Fantasy Football Running Back Targets: Who Led the Way in 2016?

New Orleans Saints running backs are PPR gold (and black)

Fantasy owners in PPR leagues: this one is for you. While fantasy owners often don't pay a lot of attention to league scoring (ok, it's PPR vs. standard), those points per reception can make a huge difference, and should alter your draft strategy when it comes to running backs. A player like Danny Woodhead (aside from injury) has a ton of value compared to a player like Jonathan Stewart.

 

When looking at the value of a player in a PPR format, analyzing both the targets and the receptions is key. Without targets, the receptions won't be there, but the targets are often an indicator of how often a player is involved in the offense.

 

In 2016, here are the running backs that got the most targets:

Player

Targets

Receptions

David Johnson, ARI

120

80

Le'Veon Bell, PIT

94

75

James White, NE

86

60

Bilal Powell, NYJ

75

58

Duke Johnson Jr., CLE

74

53

Darren Sproles, PHI

71

52

T.J.Yeldon, JAC

68

50

DeMarco Murray, TEN

67

53

Theo Riddick, DET

67

53

Devonta Freeman, ATL

65

54

 

The only other player that would tie for top 10 in receptions would be LeSean McCoy, with 50 catches on 57 targets. Keep in mind, these receptions don't equate to the guys with the most fantasy points. However, those receptions are an extra point (or half a point in some leagues) for every time the player simply catches the ball. It seems crazy, but James White's 60 receptions helped him finish with more fantasy points than Jonathan Stewart or Ryan Mathews.

 

For the most part, these players aren't going to lead your fantasy team because they are the pass-catching back on their team. However, those points per reception do add up each week. Also, pay attention to trends. A look at the target leaders among running backs in 2015 produces some familiar names:

Player

Targets

Receptions

Theo Riddick, DET

99

80

Devonta Freeman, ATL

97

73

Darren Sproles, PHI

83

55

Duke Johnson Jr., CLE

74

61

Bilal Powell, NYJ

63

47

 

That's not to say draft Duke Johnson over Todd Gurley (although after his past season, you might consider it). However, know that these players have a key role in the passing game. Devonta Freeman is typically thought of as the between-the-tackles runner while Tevin Coleman is the passing down back, however, in 2016, Coleman had 31 receptions compared to Freeman's 54. Both Falcons are used in the passing game, but Freeman has had more success (although Coleman did miss time in 2015 because of injury).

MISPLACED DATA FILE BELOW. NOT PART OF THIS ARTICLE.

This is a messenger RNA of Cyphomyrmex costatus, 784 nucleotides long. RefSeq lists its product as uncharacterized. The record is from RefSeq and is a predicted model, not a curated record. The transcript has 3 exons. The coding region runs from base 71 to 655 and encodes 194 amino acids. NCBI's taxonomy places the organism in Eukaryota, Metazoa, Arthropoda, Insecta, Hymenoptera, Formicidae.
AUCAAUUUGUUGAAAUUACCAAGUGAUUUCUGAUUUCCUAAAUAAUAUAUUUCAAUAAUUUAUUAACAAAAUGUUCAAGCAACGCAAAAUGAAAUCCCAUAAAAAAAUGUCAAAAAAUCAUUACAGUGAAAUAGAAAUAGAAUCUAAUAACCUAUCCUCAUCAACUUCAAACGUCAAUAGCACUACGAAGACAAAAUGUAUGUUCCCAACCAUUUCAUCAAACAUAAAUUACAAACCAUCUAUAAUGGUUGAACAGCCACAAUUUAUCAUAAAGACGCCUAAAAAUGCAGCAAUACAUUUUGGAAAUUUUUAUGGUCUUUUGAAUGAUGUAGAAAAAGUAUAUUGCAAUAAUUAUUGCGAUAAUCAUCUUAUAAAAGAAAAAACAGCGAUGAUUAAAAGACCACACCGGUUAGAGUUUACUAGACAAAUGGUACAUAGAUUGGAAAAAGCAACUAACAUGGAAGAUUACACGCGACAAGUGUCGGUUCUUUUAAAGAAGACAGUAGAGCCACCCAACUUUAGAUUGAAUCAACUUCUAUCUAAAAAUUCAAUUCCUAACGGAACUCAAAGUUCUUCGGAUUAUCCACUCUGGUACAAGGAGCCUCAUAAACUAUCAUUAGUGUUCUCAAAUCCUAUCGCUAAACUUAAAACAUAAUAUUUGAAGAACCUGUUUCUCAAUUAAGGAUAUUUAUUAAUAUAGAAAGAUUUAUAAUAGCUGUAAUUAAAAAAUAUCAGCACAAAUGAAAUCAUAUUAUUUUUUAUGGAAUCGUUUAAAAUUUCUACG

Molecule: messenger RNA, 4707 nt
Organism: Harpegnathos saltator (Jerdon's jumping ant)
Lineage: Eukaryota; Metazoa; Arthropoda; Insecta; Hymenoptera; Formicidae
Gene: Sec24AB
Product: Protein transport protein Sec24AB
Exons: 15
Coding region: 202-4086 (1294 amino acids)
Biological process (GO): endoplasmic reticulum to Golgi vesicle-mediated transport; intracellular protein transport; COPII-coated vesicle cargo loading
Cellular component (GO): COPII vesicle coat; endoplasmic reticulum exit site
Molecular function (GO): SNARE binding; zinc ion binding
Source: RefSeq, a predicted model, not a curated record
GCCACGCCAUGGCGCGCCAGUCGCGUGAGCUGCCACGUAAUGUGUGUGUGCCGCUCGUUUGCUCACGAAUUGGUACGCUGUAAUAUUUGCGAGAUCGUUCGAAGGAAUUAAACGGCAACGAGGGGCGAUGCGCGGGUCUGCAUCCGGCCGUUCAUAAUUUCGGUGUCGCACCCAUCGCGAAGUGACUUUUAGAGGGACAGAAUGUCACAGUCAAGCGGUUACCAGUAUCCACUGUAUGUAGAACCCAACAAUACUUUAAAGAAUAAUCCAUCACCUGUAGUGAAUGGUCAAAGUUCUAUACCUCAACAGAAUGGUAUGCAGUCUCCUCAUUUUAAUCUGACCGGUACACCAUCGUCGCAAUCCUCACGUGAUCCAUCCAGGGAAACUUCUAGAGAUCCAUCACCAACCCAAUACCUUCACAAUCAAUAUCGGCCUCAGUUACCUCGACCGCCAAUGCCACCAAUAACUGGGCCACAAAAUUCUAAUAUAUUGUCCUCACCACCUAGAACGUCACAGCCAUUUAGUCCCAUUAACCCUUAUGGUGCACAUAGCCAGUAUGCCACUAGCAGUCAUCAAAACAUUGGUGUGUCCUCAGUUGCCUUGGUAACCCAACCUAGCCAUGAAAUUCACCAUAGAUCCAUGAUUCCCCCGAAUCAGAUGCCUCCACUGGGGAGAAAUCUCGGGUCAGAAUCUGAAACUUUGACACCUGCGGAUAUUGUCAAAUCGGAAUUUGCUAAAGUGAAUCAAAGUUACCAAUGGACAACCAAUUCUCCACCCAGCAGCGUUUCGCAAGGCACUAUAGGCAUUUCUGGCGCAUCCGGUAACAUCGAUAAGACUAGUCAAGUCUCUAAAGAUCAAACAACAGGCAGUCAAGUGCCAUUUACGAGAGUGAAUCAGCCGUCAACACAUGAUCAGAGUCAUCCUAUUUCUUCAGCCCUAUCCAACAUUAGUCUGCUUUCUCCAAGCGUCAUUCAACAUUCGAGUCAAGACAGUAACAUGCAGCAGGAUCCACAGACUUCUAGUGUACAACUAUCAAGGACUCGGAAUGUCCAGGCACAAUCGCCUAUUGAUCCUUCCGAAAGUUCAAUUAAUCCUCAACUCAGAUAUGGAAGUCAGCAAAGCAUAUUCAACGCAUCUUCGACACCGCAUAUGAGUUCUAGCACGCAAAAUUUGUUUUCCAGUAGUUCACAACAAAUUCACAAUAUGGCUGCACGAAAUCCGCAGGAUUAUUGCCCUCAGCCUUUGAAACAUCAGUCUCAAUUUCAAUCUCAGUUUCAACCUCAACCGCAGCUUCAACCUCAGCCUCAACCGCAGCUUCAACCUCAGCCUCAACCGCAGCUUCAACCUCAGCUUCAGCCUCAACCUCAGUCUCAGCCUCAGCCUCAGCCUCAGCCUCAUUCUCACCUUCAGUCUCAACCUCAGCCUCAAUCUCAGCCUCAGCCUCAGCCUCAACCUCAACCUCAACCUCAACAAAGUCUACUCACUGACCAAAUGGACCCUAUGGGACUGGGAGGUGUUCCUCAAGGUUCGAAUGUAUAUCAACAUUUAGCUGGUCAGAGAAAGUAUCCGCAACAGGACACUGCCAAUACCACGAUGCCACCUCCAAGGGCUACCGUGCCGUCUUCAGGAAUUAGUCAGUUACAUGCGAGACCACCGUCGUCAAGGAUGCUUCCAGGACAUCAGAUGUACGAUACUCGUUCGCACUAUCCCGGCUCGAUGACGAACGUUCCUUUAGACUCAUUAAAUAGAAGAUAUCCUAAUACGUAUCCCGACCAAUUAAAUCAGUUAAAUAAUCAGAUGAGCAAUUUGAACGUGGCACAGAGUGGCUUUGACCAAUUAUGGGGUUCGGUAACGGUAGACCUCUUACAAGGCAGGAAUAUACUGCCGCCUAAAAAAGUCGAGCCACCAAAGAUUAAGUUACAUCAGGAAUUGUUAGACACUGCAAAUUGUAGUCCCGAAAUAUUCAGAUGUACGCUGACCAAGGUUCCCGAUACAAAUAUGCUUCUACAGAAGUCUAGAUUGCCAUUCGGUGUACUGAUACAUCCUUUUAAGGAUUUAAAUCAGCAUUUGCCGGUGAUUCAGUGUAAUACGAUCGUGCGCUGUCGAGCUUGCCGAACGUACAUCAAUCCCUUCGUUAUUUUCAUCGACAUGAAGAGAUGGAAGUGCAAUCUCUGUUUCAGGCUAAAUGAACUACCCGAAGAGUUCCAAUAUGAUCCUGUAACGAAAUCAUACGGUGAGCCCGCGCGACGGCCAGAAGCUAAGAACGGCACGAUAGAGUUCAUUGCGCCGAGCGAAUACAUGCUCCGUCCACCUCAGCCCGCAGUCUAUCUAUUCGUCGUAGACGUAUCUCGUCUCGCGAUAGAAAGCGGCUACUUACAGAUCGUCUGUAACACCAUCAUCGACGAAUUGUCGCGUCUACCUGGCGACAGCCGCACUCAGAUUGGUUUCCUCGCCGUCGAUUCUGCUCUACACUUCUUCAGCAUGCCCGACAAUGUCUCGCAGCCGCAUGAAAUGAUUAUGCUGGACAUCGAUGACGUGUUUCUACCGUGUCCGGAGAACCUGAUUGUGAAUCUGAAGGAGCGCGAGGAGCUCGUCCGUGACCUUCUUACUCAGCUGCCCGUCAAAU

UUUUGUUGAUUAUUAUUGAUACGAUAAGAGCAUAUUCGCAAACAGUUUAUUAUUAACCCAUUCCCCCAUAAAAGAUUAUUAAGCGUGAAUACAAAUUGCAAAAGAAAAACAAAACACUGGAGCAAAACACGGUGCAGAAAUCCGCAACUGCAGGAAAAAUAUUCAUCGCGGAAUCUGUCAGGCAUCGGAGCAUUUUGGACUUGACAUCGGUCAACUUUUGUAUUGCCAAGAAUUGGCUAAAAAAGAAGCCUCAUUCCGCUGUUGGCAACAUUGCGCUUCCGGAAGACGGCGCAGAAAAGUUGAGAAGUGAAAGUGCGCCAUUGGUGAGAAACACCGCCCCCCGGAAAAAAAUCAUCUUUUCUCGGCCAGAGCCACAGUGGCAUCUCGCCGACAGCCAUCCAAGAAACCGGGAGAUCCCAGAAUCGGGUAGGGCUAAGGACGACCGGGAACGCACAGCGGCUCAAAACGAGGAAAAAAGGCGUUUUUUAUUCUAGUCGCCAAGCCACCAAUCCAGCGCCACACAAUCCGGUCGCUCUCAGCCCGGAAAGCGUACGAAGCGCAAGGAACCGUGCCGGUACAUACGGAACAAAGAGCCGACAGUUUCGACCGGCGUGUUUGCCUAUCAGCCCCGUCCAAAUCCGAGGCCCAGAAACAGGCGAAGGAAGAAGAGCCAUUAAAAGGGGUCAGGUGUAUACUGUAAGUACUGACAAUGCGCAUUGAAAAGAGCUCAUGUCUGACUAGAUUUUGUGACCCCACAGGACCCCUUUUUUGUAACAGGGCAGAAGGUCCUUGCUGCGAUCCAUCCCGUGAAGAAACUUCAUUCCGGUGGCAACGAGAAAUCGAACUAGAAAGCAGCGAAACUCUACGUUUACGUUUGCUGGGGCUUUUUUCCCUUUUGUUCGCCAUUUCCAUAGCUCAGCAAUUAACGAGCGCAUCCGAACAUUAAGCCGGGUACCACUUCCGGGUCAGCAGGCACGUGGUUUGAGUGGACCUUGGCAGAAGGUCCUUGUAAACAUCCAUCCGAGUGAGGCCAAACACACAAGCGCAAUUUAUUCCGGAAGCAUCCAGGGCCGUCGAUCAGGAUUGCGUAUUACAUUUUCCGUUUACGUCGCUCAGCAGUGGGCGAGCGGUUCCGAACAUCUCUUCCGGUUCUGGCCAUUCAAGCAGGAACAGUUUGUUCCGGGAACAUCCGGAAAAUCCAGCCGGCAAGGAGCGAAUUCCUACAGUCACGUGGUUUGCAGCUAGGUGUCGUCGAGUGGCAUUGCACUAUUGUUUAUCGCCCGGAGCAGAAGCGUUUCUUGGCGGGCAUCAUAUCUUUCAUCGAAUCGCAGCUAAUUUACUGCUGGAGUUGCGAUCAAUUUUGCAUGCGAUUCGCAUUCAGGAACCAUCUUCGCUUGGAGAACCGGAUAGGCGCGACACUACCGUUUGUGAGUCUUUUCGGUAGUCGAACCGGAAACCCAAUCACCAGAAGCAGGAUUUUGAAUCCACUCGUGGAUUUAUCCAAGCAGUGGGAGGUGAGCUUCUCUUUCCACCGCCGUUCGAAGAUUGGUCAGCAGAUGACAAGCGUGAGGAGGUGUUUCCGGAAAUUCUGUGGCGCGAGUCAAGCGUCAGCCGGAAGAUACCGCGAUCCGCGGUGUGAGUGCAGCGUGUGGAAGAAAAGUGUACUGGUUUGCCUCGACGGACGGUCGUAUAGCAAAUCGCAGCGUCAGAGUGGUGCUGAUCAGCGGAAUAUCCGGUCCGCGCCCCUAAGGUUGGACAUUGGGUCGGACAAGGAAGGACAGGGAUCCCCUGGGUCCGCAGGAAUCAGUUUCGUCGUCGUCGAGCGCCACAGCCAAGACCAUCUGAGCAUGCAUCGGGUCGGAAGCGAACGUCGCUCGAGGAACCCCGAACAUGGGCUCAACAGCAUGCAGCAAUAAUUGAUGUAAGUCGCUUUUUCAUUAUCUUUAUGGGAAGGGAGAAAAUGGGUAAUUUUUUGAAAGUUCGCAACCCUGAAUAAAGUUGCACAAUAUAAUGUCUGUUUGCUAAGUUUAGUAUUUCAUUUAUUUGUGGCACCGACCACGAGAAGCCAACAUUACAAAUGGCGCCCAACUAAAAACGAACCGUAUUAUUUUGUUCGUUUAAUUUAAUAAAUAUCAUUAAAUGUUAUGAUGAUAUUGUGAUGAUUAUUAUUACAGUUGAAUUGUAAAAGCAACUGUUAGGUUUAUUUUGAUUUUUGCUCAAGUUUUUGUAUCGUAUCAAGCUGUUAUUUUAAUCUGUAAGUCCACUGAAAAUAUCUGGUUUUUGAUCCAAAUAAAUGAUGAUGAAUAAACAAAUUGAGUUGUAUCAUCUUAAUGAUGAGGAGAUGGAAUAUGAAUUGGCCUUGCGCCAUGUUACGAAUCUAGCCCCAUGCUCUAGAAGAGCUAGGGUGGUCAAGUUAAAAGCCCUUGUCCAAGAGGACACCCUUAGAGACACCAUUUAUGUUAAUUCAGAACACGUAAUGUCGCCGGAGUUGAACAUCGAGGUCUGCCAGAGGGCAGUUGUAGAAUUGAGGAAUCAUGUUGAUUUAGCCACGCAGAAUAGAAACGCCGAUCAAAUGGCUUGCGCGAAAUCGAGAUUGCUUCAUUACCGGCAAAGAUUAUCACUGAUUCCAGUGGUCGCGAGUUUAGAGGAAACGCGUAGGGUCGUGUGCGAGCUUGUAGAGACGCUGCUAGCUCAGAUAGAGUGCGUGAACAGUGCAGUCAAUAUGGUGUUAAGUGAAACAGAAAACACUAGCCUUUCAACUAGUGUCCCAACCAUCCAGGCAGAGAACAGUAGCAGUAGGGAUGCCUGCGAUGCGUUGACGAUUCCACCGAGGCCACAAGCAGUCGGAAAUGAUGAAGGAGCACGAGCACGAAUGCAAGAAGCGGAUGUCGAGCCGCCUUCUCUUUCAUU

It's no secret that the Detroit Lions like to throw the ball, and the running backs are a beneficiary of that. Theo Riddick was in the top 10 for targets and receptions at his positions each of the past two years, and that's despite playing in just 10 games in 2016 because of injuries.

 

Regardless of who the backs are, it's also a good idea to look at the targets and receptions by team. The team with the fewest targets to their running backs this past season was the Carolina Panthers. Their four running backs combined for just 44 receptions on 70 targets all season. Darren Sproles beat those figures himself. Cam Newton doesn't look to check down. He'll run the ball himself rather than throw a short pass. He'll take the goal-line carries rather than look for a screen play. Panther RBs may be fine in standard leagues, but they should not be targeted (pun intended) in PPR formats.

 

On the flip side, the team that passes the ball to the running backs the most? The New Orleans Saints. The Saints actually do a good job of spreading the ball around (which is rough on fantasy owners).  In 2016, Mark Ingram had 58 targets; Travaris Cadet had 54; Tim Hightower had 26; and John Kuhn had 20. Those four combined for 124 receptions, which is 17 more than than the NFL's leading receiver (Larry Fitzgerald, 107) had this season. The Saints also had the most touchdown catches by running backs by far with 10. (Again, even distribution with four each to Ingram and Cadet and one to Hightower and Kuhn). The takeaway is that if you are in a deep PPR league, don't hesitate to take any Saints running back in the late rounds. You'll get decent value.

 

— Written by Sarah Lewis, who is part of the Athlon Contributor network and lives, eats, and breathes fantasy football. She also writes for SoCalledFantasyExperts.com among other sites. Have a fantasy football question? Send it to her on Twitter @Sarah_Lewis32.

Event Date: 
Tuesday, January 31, 2017 - 22:13

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